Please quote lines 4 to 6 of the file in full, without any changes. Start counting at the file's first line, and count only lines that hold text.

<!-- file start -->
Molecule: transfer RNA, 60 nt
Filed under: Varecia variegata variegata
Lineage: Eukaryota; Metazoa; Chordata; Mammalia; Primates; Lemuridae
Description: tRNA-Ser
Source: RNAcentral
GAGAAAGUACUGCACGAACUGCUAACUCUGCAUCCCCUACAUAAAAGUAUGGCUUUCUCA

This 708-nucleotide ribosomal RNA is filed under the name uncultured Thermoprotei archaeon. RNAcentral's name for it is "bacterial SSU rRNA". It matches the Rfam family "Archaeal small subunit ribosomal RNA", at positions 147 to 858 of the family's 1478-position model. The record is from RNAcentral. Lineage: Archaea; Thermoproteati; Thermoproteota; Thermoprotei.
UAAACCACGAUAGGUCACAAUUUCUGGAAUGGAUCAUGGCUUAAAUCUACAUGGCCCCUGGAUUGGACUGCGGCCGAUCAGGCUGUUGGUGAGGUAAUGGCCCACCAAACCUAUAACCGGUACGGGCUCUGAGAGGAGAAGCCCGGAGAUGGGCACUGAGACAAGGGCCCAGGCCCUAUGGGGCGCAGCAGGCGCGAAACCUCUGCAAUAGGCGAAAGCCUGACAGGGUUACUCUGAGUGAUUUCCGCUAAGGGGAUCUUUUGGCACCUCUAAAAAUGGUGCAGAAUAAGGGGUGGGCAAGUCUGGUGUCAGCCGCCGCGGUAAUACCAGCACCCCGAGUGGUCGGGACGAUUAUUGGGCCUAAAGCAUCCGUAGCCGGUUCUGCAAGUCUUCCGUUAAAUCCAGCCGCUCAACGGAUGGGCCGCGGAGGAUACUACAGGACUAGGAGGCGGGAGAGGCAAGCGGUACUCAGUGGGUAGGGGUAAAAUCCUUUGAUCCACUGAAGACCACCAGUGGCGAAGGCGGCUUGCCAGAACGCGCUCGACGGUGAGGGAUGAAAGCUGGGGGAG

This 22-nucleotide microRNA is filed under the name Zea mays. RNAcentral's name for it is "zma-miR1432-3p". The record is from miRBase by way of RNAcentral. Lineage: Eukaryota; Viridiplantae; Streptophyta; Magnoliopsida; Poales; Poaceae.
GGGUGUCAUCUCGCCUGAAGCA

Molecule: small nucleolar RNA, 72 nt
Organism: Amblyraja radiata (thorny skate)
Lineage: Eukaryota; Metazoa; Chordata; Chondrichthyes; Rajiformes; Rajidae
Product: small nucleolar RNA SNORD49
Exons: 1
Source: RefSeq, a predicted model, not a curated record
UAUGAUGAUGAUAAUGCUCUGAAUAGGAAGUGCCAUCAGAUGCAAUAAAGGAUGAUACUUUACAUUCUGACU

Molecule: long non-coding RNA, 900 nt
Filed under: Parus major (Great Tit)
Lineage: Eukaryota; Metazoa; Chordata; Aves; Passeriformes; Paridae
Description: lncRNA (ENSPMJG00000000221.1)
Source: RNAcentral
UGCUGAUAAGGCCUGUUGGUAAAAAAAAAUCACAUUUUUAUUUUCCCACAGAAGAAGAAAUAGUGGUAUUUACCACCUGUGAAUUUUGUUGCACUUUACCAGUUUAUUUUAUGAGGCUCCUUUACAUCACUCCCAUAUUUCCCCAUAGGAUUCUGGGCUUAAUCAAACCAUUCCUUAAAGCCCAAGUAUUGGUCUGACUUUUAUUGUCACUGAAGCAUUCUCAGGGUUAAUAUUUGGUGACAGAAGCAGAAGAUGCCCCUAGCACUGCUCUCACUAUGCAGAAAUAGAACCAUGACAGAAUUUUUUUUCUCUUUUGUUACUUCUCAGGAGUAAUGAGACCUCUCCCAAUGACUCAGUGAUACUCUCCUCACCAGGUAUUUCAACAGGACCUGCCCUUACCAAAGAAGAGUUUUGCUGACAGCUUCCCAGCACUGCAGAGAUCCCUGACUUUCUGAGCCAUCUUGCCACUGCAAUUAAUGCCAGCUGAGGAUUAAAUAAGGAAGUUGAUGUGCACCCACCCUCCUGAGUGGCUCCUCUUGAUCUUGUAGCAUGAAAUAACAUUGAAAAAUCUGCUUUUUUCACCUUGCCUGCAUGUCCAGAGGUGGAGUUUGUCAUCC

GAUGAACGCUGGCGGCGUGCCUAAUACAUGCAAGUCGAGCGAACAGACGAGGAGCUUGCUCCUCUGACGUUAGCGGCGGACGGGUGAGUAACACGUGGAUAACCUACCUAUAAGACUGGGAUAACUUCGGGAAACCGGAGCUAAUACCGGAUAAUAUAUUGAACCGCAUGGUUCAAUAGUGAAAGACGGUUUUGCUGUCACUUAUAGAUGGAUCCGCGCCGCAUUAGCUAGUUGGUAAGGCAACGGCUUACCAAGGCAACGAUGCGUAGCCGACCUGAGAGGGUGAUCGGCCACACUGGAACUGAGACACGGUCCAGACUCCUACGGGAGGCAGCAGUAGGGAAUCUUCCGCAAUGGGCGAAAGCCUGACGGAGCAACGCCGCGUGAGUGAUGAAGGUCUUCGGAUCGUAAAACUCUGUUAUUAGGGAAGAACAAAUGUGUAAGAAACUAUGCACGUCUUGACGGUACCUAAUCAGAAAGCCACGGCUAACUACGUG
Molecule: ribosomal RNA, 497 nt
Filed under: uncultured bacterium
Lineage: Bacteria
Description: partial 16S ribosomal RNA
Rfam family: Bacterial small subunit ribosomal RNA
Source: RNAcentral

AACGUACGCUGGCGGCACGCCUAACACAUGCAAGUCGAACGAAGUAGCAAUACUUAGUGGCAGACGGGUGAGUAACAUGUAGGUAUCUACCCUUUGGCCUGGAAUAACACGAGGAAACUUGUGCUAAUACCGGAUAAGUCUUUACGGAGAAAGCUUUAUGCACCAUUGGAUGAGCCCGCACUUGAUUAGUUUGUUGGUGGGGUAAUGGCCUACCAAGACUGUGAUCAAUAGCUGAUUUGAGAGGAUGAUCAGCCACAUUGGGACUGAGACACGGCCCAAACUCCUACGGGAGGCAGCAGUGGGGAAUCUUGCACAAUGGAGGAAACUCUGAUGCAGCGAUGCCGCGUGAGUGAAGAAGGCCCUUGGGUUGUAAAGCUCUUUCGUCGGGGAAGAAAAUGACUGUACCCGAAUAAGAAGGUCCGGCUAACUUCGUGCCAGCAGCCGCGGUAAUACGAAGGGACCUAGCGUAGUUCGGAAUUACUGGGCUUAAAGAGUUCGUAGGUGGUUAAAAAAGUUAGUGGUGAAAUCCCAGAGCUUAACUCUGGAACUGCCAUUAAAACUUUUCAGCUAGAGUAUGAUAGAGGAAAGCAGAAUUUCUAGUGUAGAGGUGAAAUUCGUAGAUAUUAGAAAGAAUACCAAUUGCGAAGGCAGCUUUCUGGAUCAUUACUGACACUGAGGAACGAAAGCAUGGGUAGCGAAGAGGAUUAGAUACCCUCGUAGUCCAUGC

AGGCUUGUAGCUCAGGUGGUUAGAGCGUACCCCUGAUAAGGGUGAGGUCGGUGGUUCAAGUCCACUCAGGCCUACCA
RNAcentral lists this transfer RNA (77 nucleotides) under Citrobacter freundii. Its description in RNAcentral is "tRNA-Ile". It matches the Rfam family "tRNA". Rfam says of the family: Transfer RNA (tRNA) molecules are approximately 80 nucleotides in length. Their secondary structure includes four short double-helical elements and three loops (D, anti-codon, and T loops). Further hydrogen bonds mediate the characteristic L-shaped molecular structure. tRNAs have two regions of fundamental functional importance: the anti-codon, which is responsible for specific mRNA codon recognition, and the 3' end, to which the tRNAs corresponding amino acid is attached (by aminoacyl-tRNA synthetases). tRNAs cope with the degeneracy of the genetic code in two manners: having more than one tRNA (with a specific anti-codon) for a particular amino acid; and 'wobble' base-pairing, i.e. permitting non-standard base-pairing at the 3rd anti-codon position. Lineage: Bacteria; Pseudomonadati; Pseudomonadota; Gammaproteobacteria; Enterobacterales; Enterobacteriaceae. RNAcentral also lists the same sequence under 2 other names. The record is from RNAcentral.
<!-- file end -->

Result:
Description: tRNA-Ser
Source: RNAcentral
GAGAAAGUACUGCACGAACUGCUAACUCUGCAUCCCCUACAUAAAAGUAUGGCUUUCUCA